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Created

Date Created
  • 2015

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Effect of a coconut oil supplement (2g/d) on total cholesterol to HDL cholesterol ratio in healthy adults

Description

There are limited studies exploring the direct relationship between coconut oil and cholesterol concentrations. Research in animals and a few intervention trials suggest that coconut oil increases the good cholesterol

There are limited studies exploring the direct relationship between coconut oil and cholesterol concentrations. Research in animals and a few intervention trials suggest that coconut oil increases the good cholesterol (high density lipoprotein, HDL) and thus reduces the risk of cardiovascular disease. Preliminary research at Arizona State University (ASU) has found similar results using coconut oil as a placebo, positive changes in HDL cholesterol concentrations were observed.

The goal of this randomized, double blind, parallel two arm study, was to further examine the beneficial effects of a 2g supplement of coconut oil taken each day for 8 weeks on cholesterol concentrations, specifically the total cholesterol to HDL cholesterol ratio, compared to placebo.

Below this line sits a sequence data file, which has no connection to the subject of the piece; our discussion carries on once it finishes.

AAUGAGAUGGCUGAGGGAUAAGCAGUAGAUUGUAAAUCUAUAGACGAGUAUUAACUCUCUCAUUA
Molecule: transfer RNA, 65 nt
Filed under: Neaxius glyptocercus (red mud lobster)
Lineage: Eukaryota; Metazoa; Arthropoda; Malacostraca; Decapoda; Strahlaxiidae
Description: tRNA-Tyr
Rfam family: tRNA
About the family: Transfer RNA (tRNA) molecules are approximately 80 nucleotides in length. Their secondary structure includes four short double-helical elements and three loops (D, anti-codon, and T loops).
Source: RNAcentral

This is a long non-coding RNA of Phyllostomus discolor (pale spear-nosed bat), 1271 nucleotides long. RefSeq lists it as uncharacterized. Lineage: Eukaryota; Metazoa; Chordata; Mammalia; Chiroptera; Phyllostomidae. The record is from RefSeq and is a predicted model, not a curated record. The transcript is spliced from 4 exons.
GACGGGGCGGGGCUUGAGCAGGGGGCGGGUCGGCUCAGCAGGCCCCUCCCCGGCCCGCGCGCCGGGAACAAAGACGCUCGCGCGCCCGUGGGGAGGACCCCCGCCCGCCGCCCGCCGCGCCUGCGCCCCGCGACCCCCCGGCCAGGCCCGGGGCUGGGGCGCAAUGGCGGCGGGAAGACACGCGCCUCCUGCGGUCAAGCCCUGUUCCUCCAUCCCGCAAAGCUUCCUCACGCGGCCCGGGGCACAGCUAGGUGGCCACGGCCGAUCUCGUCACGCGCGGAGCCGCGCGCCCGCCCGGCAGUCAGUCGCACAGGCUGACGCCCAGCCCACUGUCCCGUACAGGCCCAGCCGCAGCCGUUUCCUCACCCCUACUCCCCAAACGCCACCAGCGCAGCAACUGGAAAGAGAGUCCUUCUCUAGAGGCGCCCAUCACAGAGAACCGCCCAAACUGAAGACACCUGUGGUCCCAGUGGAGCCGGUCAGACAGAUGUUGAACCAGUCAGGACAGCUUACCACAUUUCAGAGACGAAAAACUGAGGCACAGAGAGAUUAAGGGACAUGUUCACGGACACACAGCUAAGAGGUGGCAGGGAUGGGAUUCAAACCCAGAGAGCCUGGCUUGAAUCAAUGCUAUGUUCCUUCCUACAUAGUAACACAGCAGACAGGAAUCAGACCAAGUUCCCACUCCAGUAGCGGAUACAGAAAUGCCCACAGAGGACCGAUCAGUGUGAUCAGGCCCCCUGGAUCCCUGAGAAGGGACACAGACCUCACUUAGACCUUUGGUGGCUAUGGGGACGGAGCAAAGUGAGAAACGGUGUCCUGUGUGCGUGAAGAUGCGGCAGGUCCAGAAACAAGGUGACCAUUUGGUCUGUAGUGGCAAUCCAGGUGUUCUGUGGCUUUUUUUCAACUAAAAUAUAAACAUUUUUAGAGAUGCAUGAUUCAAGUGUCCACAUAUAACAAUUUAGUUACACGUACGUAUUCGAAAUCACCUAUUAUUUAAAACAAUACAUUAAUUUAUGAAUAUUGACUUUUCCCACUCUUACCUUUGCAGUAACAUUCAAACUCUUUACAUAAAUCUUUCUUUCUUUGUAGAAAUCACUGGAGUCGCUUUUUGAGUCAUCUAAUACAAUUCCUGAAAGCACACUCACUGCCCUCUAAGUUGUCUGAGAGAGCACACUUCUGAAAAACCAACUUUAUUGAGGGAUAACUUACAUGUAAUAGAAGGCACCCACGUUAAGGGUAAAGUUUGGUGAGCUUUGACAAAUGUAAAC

Forty-two healthy adults between 18-40 years of age, exercising less than 150 minutes each week, non smoking, BMI between 22-35 and not taking any medications that could effect blood lipids were recruited from the ListServs at ASU. Participants were randomized to receive either a placebo capsule of flour or a coconut oil capsule (Puritan’s Pride brand, coconut oil softgels, 2g each) and instructed to take the capsules for 8 weeks.

Results indicated no significant change in total cholesterol to HDL ratio between baseline and 8 weeks in the coconut oil and placebo groups (p=0.369), no significant change in HDL (p=0.648), no change in LDL (p=0.247), no change in total cholesterol (p=0.216), and no change in triglycerides (p=0.369).